It seems to me that the "disjunction gate" (aside: is that its proper name?) can be thought of as the combination of three gates, G1, G2, and G3, where G2 is the CCNOT gate, and $G1 = G3 = ¬_a \otimes ¬_b \otimes I_c$. For context, see the bottom two rows of the following figure that I created in draw.io: Quantum computing summary

Is there a name for the gate $¬_a \otimes ¬_b \otimes I_c$ (the one I'm calling NaNbIc)?

  • 1
    $\begingroup$ I like how "the gate that does not not nothing" sounds, I suggest you start using that. :) $\endgroup$
    – JiK
    Dec 28, 2020 at 16:42

2 Answers 2


The gate in which you're interested:
enter image description here
would more often be called $X_1X_2I_3$ rather than $¬_a ¬_b I_c$, because we use $X$ to denote the NOT gate more often than we use $¬$.

However it is very unlikely that $X_1X_2I_3$ is given a new name, because there's nothing going on other than just two $X$ gates. CNOT has a name because the "C" part in CNOT denotes something that isn't quite so easily captured by something like $X,Y$ or $Z$. It seems that you have some familiarity with classical gates, is there any name for the 3-bit gate that does NOT to the first two bits and nothing to the third?

  • $\begingroup$ Thank you for the very thorough explanation! $\endgroup$ Dec 28, 2020 at 0:29
  • $\begingroup$ No problem, and with pleasure! $\endgroup$ Dec 28, 2020 at 0:29

Welcome to QCSE. You seem to have gotten some of the gist of quantum gates but don't be surprised if not every such gate is promoted to having a specific, universally recognized name.

A reason some gates such as $\mathsf{CCNOT}$ (Toffoli) or $\mathsf{CSWAP}$ (Fredkin) have such a name is because they have been found to be useful and are a shorthand for the specific functions they perform. Indeed, the properties of both the $\mathsf{CCNOT}$ gate and the $\mathsf{CSWAP}$ gates were investigated in the context of reversible (classical) computing as studied in the 70's/early 80's, prior to/parallel to the beginnings of quantum computing.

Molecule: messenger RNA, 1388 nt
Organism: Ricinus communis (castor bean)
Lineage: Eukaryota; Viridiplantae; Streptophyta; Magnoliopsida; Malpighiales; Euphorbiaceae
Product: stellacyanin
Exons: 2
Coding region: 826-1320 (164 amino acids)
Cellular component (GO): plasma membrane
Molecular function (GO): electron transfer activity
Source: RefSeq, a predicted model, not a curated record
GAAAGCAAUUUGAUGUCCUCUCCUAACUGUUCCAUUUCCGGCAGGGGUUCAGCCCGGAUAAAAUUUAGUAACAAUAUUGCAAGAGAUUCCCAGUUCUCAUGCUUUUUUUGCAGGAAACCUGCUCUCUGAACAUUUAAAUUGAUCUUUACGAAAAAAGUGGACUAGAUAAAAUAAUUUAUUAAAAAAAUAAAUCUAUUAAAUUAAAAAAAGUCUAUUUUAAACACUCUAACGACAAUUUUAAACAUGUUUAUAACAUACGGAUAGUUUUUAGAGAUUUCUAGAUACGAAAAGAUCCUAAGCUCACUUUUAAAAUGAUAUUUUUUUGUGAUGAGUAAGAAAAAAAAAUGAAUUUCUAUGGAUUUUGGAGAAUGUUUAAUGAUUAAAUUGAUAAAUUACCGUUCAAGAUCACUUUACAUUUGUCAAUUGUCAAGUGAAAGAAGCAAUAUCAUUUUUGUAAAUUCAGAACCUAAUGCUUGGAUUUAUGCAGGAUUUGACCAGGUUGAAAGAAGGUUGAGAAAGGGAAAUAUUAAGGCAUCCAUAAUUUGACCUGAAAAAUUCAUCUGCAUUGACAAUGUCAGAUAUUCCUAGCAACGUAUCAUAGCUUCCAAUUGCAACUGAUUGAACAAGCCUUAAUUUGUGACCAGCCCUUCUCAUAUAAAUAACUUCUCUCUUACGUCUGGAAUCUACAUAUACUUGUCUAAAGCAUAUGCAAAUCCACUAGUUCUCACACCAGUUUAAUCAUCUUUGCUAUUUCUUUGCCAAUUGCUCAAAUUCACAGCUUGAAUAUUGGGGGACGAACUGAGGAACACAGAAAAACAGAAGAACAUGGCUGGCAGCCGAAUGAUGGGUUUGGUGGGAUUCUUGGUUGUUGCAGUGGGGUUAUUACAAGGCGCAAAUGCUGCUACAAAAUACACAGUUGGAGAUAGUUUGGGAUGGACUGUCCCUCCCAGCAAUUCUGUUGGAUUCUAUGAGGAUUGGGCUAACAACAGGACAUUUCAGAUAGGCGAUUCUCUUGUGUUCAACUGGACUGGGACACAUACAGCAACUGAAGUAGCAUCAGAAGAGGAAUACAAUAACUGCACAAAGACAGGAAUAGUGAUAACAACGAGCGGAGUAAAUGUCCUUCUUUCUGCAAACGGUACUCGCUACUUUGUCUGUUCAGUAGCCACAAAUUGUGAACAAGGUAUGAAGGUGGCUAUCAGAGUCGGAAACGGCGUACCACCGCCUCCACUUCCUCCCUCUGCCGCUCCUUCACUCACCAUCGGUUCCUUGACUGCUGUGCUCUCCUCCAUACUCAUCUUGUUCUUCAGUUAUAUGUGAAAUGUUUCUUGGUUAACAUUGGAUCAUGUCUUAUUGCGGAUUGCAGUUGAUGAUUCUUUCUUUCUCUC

Furthermore other lessons from classical computer engineering may form a context for quantum computing. For example, you properly identified a quantum $\mathsf{SWAP}$ gate, but classically promoting such an operation to a formal "gate" appears to be overkill. A classical computer engineer wishing to implement such a classical $\mathsf{SWAP}$ gate wouldn't likely consider any specific layout of CMOS transistors implementing a swap; rather, she would instead just consider jumping one input around another with a set of vias/metal runners. However, a quantum computer engineer (if there is such a term) would indeed be worried about how she implements the gate by means of the appropriate microwave/laser pulses, for example. A quantum $\mathsf{SWAP}$ is something entirely different from a classical swap; thus it's appropriate for us to give it a formal name.

Looking more at your specific gate, each input is a single-qubit gate, and there's no way for any entanglement to be created with such a gate. For example, if each of $\vert a\rangle$, $\vert b\rangle$, and $\vert c\rangle$ were unentangled prior to the operation of the $\mathsf{HOCKING}$ gate, they would be afterwards.

Thus don't be surprised if your gate doesn't have a specific, universally recognized name.

  • 2
    $\begingroup$ +1 for the excellent explanation. Alas, I can only accept one answer, and I think $X_1X_2I_3$ sounds a little less egotistical for me than the HOCKING gate. ;) $\endgroup$ Dec 28, 2020 at 11:09

Your Answer

By clicking “Post Your Answer”, you agree to our terms of service and acknowledge you have read our privacy policy.

Not the answer you're looking for? Browse other questions tagged or ask your own question.